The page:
Malcolm Lazin: Lazin spent a good portion of the evening patting his very-padded resume, including his work on the Marina Center, his run for District Attorney and others. Though, the only one who mentioned Lazin’s work with Equality Forum was Featherman, who complimented Lazin’s position there as Executive Director.
Lazin won the PN award (not a real thing) for the best analogies of the night: one of Libya, the other of the Titanic. He compared the Philly GOP to the Freedom Fighters in Libya (and the Democrats, hehe, are Gaddafi). Unfortunately, he said, the Philly GOP doesn’t have a NATO-like presence to come in and even out the score, or even help make sure elections are fair. He argued the Pennsylvania Attorney General should make a Philadelphia a priority for Republicans, to make things – and all agreed – less unfair on Election Day.
The other analogy: “We are the Titanic and we are on a collision course with an iceberg called bankruptcy,” he said, which has been one of his campaign themes. “And there’s no one to save us – no Uncle Sam, no Rendell, no Vince Fumo, no Harrisburg.” He related much of our budget problems back to Council, specifically the DROP program. He said Philadelphia City Council needs to lead and with its high salaries and DROP payouts, they’re not setting an example for the greater city.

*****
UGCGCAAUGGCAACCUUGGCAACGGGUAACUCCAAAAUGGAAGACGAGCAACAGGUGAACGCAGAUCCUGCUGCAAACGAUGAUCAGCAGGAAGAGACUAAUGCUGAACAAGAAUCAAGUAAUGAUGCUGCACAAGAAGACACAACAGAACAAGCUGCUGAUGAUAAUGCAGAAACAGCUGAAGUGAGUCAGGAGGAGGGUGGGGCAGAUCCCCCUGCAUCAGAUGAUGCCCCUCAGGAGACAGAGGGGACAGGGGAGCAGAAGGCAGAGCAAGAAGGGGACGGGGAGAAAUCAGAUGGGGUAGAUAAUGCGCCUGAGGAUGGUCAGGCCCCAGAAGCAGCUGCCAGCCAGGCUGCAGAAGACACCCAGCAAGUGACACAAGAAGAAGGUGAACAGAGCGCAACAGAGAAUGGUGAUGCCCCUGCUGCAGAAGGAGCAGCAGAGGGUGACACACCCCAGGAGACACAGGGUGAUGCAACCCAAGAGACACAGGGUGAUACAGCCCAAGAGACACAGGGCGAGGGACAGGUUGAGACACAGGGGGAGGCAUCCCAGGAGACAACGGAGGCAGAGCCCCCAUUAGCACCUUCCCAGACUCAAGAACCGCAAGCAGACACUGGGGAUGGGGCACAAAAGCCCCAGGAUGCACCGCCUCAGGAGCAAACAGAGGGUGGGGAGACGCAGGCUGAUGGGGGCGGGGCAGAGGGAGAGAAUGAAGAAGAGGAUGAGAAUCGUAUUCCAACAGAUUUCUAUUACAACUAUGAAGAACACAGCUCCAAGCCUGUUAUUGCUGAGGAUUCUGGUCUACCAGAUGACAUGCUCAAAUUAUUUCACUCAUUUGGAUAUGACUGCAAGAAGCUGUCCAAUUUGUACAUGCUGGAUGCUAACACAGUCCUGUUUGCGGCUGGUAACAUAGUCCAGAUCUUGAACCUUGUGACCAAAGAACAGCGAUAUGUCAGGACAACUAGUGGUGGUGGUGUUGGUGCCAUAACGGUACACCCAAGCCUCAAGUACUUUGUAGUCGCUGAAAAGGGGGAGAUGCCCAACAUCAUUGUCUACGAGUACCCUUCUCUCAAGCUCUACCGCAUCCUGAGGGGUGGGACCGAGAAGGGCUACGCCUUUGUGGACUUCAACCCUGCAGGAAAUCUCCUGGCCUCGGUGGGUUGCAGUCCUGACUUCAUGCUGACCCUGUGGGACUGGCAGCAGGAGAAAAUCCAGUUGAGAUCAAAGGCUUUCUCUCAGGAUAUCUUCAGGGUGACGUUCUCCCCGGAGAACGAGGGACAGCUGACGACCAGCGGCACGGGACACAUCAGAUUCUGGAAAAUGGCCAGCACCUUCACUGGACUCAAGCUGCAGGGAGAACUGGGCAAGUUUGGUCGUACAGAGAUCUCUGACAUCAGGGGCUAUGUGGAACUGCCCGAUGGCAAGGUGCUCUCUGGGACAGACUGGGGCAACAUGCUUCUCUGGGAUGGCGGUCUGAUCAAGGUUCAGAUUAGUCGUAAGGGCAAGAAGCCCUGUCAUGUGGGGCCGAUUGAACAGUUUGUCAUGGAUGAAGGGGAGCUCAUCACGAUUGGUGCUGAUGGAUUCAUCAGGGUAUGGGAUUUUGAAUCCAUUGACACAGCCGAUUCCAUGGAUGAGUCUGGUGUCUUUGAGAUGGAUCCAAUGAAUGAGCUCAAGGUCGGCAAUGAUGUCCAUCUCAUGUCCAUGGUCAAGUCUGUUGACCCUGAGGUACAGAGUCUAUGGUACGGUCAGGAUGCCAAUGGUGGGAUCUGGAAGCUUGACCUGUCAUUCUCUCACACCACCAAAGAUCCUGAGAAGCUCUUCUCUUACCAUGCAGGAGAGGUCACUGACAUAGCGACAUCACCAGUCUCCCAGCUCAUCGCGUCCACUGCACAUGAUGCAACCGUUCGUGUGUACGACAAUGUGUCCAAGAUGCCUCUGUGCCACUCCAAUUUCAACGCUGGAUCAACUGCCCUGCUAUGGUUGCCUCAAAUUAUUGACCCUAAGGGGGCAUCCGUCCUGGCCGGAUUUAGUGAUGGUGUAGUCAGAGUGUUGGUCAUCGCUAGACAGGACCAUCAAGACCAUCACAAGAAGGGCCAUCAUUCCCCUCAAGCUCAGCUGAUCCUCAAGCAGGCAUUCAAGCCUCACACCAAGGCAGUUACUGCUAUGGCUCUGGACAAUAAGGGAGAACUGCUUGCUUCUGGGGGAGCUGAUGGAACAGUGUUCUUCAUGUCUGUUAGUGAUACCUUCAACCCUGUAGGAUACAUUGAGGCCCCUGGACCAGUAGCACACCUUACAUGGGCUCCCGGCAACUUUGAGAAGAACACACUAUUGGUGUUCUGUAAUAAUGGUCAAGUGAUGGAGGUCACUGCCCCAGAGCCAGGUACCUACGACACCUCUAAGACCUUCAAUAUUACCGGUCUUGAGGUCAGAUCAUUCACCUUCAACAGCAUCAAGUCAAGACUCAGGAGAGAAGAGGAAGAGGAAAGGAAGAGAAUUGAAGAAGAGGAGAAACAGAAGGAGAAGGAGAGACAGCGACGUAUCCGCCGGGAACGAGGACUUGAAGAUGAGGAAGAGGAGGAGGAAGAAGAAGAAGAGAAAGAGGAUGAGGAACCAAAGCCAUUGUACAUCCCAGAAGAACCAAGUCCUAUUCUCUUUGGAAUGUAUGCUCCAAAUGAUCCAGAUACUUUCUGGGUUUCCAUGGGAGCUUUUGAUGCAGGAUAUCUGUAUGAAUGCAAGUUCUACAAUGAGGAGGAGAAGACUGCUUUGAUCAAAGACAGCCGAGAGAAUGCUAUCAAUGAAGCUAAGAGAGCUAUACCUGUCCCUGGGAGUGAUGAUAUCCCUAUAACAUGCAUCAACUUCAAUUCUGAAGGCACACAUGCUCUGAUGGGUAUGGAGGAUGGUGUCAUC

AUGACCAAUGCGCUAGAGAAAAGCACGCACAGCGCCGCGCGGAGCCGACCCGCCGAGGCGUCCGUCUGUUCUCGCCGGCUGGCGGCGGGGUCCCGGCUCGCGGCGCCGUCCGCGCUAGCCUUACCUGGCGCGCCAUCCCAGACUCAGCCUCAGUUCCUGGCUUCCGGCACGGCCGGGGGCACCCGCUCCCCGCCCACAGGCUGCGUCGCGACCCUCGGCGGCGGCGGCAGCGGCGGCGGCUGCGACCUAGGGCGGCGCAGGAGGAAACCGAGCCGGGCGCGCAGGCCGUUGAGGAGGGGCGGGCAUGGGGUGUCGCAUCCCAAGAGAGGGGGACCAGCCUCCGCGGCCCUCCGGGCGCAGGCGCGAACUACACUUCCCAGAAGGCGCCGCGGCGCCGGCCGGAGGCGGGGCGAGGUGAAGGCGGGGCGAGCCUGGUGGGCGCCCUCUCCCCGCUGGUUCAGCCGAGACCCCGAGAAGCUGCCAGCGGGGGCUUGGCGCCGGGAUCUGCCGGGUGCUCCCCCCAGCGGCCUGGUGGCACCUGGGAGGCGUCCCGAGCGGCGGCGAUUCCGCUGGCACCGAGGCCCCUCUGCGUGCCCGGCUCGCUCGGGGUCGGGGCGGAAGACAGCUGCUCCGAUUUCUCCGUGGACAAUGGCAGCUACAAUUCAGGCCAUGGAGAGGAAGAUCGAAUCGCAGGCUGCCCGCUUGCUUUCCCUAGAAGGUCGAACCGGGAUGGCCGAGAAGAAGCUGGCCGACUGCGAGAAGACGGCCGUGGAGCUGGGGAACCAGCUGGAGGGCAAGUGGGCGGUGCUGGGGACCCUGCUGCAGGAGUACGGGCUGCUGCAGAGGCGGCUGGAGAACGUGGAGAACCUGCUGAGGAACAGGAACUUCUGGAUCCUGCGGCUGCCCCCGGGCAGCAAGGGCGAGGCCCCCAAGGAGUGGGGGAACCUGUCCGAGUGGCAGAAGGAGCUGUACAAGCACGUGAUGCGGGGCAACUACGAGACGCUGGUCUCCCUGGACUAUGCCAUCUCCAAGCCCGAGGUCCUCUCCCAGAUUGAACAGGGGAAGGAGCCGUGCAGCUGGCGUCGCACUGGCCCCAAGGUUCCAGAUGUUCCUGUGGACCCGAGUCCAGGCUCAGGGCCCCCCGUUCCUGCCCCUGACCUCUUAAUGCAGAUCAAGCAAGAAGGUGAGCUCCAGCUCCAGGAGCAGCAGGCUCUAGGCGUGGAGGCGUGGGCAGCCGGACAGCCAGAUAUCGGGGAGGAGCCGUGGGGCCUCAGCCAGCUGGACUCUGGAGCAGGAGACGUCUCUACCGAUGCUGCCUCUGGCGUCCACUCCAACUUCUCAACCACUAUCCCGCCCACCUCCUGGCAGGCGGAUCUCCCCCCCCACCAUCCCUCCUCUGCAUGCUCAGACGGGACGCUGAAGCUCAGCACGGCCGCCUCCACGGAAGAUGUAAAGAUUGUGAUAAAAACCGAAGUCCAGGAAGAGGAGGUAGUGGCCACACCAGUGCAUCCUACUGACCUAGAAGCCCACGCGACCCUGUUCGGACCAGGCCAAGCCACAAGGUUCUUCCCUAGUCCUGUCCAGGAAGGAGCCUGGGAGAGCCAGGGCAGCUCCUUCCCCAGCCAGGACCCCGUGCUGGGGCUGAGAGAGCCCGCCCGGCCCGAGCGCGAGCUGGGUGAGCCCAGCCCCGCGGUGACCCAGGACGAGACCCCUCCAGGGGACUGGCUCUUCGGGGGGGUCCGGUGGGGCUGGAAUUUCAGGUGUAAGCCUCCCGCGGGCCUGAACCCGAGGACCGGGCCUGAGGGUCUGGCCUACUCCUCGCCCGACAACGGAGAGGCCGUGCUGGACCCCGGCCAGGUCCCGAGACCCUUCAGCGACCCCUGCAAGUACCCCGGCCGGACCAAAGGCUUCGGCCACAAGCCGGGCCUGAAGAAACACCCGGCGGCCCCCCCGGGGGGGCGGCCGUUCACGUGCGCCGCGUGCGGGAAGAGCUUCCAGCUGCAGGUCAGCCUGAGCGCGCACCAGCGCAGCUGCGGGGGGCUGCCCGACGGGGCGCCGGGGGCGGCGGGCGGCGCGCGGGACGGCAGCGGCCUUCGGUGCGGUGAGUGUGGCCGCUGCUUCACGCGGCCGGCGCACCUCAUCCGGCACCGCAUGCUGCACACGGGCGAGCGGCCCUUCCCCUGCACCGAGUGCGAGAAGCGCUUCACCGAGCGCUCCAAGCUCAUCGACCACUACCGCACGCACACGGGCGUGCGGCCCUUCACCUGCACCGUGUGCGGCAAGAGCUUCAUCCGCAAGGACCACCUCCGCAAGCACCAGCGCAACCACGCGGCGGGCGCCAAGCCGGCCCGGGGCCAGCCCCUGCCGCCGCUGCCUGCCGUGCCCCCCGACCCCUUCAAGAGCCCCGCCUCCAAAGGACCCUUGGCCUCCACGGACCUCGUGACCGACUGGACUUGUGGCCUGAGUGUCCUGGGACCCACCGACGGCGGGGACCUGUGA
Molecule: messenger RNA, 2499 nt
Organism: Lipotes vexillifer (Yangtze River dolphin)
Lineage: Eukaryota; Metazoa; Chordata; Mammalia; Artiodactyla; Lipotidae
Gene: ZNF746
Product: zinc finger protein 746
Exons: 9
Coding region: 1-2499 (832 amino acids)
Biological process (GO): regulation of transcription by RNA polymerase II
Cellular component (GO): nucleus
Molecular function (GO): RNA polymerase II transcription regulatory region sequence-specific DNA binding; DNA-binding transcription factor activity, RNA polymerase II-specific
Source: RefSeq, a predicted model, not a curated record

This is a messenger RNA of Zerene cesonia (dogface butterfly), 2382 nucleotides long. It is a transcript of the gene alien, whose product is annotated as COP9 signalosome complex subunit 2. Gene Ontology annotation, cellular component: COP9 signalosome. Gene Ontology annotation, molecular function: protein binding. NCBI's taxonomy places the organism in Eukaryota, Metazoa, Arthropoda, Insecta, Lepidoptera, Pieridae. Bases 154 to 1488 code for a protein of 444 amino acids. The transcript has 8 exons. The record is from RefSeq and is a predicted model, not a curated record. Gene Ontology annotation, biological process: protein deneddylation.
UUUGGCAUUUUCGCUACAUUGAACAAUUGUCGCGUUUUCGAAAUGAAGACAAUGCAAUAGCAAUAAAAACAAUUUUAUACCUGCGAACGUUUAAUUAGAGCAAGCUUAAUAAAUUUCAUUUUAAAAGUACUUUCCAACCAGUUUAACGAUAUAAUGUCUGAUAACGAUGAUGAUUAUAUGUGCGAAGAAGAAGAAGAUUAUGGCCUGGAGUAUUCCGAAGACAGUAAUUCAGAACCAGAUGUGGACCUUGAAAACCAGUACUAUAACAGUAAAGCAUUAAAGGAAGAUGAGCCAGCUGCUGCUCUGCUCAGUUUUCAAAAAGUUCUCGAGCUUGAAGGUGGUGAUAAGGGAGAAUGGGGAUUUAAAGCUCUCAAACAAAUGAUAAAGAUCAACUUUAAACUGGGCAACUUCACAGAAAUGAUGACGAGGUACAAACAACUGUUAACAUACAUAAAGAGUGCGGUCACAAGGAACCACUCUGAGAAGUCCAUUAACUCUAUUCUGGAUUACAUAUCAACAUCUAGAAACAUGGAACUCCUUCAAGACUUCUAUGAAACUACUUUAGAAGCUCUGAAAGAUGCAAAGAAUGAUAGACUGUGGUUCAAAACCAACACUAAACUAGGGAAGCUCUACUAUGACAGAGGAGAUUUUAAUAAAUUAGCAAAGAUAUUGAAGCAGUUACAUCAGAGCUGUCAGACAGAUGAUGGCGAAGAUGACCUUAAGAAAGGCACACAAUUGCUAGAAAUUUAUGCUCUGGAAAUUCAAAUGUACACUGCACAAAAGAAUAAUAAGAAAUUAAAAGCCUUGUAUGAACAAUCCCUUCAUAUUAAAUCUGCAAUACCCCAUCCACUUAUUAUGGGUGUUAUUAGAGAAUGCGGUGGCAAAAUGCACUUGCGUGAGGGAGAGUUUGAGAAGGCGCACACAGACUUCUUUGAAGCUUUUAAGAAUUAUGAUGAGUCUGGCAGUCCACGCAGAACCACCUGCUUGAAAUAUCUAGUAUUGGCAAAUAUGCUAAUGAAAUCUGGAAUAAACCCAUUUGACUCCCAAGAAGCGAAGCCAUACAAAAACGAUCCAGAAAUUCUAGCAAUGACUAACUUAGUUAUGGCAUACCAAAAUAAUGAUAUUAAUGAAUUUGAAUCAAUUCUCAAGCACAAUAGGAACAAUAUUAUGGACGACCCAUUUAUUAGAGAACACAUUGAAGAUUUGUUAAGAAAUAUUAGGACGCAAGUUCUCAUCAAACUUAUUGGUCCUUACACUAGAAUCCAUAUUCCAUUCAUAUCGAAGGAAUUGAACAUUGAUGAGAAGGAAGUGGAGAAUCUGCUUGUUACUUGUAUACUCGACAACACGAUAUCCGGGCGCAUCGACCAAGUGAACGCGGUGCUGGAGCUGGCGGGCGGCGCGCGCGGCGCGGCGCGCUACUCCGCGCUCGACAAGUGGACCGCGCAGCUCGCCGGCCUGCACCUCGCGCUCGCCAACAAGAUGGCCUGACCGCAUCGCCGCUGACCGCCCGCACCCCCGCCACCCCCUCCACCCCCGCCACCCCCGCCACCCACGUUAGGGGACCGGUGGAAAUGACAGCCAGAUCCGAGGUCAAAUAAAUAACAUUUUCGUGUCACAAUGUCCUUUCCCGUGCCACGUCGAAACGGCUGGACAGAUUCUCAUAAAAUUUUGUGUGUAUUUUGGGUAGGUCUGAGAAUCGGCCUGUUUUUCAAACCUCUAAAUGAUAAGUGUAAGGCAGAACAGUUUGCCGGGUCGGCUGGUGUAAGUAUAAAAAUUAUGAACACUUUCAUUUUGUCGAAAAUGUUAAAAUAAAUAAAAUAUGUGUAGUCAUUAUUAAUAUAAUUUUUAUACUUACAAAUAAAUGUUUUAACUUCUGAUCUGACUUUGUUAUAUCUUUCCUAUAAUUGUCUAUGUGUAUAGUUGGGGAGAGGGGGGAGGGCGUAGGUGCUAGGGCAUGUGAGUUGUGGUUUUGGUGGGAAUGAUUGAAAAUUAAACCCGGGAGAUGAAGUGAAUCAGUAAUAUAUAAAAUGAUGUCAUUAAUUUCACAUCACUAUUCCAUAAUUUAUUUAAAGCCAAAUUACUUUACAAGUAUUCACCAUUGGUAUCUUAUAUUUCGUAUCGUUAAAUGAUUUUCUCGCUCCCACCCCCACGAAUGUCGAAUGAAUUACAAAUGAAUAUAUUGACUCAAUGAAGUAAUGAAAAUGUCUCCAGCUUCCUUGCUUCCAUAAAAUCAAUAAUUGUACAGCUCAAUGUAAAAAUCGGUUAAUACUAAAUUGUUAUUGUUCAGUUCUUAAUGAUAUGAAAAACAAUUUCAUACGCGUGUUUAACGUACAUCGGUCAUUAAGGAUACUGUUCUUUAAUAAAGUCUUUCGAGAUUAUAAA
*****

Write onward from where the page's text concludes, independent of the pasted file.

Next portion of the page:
One of the highlights of the night came as Lazin began talking about City Councilman Frank Rizzo, Jr. He became visibly angry, even a little red-faced, after announcing he was the first to call on Rizzo to resign and also delivered a letter to the Councilman’s office asking for his DROP application. “What he has done is unconscionable,” he yelled, speaking specifically about Rizzo’s dedication to resign this year, and not doing so. “And none of you should even begin to think about voting for Frank Rizzo, Jr.”
David Oh: If there was one candidate who came out knowing each issue piece-by-piece, inside and out, it was Oh. The Center City lawyer focused his talks on tax reform, cuts and making Philly more of a “big fish” city. In that, he believes Philadelphia should be using technological advances already out there to attract the big fish – multinational corporations, etc., which would then make Philadelphia more of a competitor for business with New York City. It makes no sense, he said, that Philadelphia doesn’t have a 24-hour district. “Where’s the Soho art district [of Philly]?” he rhetorically asked.